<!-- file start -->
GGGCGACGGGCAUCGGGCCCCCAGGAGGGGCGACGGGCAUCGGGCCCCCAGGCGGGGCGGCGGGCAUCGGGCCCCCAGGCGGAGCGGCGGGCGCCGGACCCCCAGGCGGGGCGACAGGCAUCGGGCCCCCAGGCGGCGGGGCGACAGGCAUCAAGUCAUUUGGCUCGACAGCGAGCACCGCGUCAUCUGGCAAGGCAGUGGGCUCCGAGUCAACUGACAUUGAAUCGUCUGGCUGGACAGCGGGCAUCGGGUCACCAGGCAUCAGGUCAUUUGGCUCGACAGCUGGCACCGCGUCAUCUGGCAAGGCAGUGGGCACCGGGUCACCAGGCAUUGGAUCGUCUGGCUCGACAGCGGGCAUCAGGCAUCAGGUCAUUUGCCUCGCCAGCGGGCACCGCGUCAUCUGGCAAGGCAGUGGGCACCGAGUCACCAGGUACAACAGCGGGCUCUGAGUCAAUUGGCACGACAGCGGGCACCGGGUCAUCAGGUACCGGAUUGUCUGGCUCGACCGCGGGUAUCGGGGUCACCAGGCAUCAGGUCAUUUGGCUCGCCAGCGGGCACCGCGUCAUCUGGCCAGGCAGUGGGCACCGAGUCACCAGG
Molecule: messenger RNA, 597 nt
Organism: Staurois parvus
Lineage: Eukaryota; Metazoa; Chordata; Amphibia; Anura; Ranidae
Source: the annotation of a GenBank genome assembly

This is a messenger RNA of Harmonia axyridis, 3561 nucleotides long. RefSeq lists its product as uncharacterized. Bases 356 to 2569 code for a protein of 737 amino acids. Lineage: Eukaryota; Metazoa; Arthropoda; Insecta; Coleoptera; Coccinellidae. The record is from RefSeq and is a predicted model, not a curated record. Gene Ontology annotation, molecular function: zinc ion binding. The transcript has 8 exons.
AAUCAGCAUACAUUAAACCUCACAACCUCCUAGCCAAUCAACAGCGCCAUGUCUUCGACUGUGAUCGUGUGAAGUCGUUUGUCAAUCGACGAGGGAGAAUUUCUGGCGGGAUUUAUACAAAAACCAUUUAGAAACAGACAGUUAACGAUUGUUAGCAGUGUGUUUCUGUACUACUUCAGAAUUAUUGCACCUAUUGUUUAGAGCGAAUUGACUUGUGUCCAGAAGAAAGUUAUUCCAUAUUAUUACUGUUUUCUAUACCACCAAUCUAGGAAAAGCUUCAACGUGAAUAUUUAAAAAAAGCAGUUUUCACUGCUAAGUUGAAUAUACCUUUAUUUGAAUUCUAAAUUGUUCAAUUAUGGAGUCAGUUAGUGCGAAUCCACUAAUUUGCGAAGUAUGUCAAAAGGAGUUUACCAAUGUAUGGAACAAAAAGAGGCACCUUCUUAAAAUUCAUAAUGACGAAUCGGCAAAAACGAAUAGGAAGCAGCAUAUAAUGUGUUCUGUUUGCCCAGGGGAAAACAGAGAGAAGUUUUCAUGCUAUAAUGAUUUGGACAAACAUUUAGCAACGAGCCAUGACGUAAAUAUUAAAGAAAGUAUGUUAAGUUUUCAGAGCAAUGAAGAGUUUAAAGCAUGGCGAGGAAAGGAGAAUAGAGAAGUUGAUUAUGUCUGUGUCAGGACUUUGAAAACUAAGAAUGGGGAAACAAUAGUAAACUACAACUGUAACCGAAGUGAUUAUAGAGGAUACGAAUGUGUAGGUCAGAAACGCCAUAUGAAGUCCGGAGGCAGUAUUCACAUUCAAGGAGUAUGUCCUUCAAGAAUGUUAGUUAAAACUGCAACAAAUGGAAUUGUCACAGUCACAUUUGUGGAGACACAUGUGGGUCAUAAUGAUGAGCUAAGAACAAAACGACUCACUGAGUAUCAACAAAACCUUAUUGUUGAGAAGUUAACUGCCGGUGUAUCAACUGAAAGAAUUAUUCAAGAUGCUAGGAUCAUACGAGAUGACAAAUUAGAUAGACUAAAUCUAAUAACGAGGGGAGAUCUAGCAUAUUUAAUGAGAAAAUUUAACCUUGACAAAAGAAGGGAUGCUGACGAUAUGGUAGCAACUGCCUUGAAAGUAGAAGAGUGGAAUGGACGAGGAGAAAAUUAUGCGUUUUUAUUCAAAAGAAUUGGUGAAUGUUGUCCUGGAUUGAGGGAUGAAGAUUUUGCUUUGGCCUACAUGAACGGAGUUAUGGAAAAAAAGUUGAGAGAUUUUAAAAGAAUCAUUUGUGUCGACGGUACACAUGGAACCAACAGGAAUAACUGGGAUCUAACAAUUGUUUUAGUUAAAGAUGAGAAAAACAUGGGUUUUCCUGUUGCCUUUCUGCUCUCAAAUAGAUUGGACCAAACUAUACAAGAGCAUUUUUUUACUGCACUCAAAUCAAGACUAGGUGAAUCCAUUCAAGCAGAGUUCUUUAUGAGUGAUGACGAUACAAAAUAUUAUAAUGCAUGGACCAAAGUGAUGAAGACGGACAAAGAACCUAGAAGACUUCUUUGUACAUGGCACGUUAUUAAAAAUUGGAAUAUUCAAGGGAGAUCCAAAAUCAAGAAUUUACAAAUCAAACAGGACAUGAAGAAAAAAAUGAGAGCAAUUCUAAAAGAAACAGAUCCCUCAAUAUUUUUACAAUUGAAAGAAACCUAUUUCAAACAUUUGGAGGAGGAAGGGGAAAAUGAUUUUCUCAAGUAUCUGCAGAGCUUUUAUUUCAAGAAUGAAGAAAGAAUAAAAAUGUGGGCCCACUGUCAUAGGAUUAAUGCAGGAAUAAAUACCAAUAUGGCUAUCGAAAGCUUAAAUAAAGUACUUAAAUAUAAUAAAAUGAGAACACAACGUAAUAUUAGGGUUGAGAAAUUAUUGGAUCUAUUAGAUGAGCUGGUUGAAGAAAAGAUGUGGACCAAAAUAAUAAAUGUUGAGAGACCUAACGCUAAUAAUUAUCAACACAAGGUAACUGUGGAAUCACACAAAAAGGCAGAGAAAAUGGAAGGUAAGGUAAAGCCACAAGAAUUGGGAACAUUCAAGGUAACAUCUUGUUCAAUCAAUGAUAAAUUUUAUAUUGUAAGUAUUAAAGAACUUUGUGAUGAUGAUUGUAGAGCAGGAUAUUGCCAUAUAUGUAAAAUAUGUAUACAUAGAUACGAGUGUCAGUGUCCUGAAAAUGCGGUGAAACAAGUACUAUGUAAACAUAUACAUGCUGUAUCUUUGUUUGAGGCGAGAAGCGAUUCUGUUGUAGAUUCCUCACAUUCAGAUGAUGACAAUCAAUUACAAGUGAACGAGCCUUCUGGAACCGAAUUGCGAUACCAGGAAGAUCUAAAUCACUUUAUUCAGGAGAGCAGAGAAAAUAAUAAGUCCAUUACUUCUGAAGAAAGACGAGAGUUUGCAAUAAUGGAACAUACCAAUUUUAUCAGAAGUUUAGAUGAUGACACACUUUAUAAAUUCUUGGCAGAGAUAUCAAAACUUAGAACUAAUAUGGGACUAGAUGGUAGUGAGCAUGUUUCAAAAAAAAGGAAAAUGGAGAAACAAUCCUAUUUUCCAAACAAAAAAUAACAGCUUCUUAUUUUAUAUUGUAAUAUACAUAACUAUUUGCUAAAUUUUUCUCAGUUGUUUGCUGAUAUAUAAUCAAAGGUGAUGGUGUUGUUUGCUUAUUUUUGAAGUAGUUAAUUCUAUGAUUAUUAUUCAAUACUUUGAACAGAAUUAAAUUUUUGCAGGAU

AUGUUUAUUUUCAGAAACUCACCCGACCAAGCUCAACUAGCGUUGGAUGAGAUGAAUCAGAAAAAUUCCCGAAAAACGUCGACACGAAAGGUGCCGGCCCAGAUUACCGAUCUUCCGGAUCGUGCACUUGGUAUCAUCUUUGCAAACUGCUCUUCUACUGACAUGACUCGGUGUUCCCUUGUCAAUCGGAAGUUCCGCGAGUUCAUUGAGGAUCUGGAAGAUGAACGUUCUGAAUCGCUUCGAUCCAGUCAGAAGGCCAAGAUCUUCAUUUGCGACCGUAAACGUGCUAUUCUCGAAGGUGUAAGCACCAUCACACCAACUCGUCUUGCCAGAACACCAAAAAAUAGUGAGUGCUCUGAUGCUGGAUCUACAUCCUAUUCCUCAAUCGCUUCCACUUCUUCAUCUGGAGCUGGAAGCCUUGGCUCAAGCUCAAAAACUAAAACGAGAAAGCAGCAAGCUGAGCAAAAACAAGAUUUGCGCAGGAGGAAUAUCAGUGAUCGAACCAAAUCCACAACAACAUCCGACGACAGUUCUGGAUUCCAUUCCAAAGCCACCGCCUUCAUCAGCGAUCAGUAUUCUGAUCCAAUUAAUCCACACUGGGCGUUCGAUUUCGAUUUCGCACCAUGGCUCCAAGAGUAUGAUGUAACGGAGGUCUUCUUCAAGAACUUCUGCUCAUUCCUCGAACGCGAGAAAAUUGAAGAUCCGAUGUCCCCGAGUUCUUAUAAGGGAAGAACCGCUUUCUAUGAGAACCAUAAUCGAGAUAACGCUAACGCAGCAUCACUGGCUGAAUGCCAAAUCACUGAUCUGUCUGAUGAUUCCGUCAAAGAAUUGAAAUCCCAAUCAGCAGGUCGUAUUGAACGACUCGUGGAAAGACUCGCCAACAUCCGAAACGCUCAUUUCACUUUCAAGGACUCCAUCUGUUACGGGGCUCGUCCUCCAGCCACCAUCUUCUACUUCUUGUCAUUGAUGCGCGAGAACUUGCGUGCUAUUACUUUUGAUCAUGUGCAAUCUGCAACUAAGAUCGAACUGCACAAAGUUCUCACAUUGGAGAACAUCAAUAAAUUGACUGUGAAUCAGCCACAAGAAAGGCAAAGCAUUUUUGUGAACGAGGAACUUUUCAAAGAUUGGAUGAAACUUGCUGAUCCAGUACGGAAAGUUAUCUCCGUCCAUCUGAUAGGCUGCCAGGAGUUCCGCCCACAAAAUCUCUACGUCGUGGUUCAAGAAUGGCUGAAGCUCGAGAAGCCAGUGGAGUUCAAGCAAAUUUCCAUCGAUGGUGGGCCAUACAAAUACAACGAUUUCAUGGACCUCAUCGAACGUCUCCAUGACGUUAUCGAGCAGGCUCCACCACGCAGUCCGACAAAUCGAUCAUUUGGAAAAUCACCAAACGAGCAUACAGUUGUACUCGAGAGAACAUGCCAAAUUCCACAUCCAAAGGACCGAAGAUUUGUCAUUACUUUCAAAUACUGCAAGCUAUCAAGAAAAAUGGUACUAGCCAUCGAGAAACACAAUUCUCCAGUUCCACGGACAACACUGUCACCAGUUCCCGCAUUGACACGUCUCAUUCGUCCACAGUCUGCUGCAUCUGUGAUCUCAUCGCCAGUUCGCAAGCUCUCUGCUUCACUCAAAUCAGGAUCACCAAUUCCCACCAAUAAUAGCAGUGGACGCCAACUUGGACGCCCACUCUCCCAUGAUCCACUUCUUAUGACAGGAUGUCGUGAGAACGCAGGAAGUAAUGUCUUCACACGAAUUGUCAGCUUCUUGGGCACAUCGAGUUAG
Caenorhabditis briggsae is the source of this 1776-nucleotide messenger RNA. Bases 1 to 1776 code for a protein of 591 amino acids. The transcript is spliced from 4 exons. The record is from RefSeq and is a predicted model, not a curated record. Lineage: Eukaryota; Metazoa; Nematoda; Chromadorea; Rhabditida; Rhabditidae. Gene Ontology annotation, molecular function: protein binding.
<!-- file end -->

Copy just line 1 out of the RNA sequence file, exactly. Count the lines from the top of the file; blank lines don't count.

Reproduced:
GGGCGACGGGCAUCGGGCCCCCAGGAGGGGCGACGGGCAUCGGGCCCCCAGGCGGGGCGGCGGGCAUCGGGCCCCCAGGCGGAGCGGCGGGCGCCGGACCCCCAGGCGGGGCGACAGGCAUCGGGCCCCCAGGCGGCGGGGCGACAGGCAUCAAGUCAUUUGGCUCGACAGCGAGCACCGCGUCAUCUGGCAAGGCAGUGGGCUCCGAGUCAACUGACAUUGAAUCGUCUGGCUGGACAGCGGGCAUCGGGUCACCAGGCAUCAGGUCAUUUGGCUCGACAGCUGGCACCGCGUCAUCUGGCAAGGCAGUGGGCACCGGGUCACCAGGCAUUGGAUCGUCUGGCUCGACAGCGGGCAUCAGGCAUCAGGUCAUUUGCCUCGCCAGCGGGCACCGCGUCAUCUGGCAAGGCAGUGGGCACCGAGUCACCAGGUACAACAGCGGGCUCUGAGUCAAUUGGCACGACAGCGGGCACCGGGUCAUCAGGUACCGGAUUGUCUGGCUCGACCGCGGGUAUCGGGGUCACCAGGCAUCAGGUCAUUUGGCUCGCCAGCGGGCACCGCGUCAUCUGGCCAGGCAGUGGGCACCGAGUCACCAGG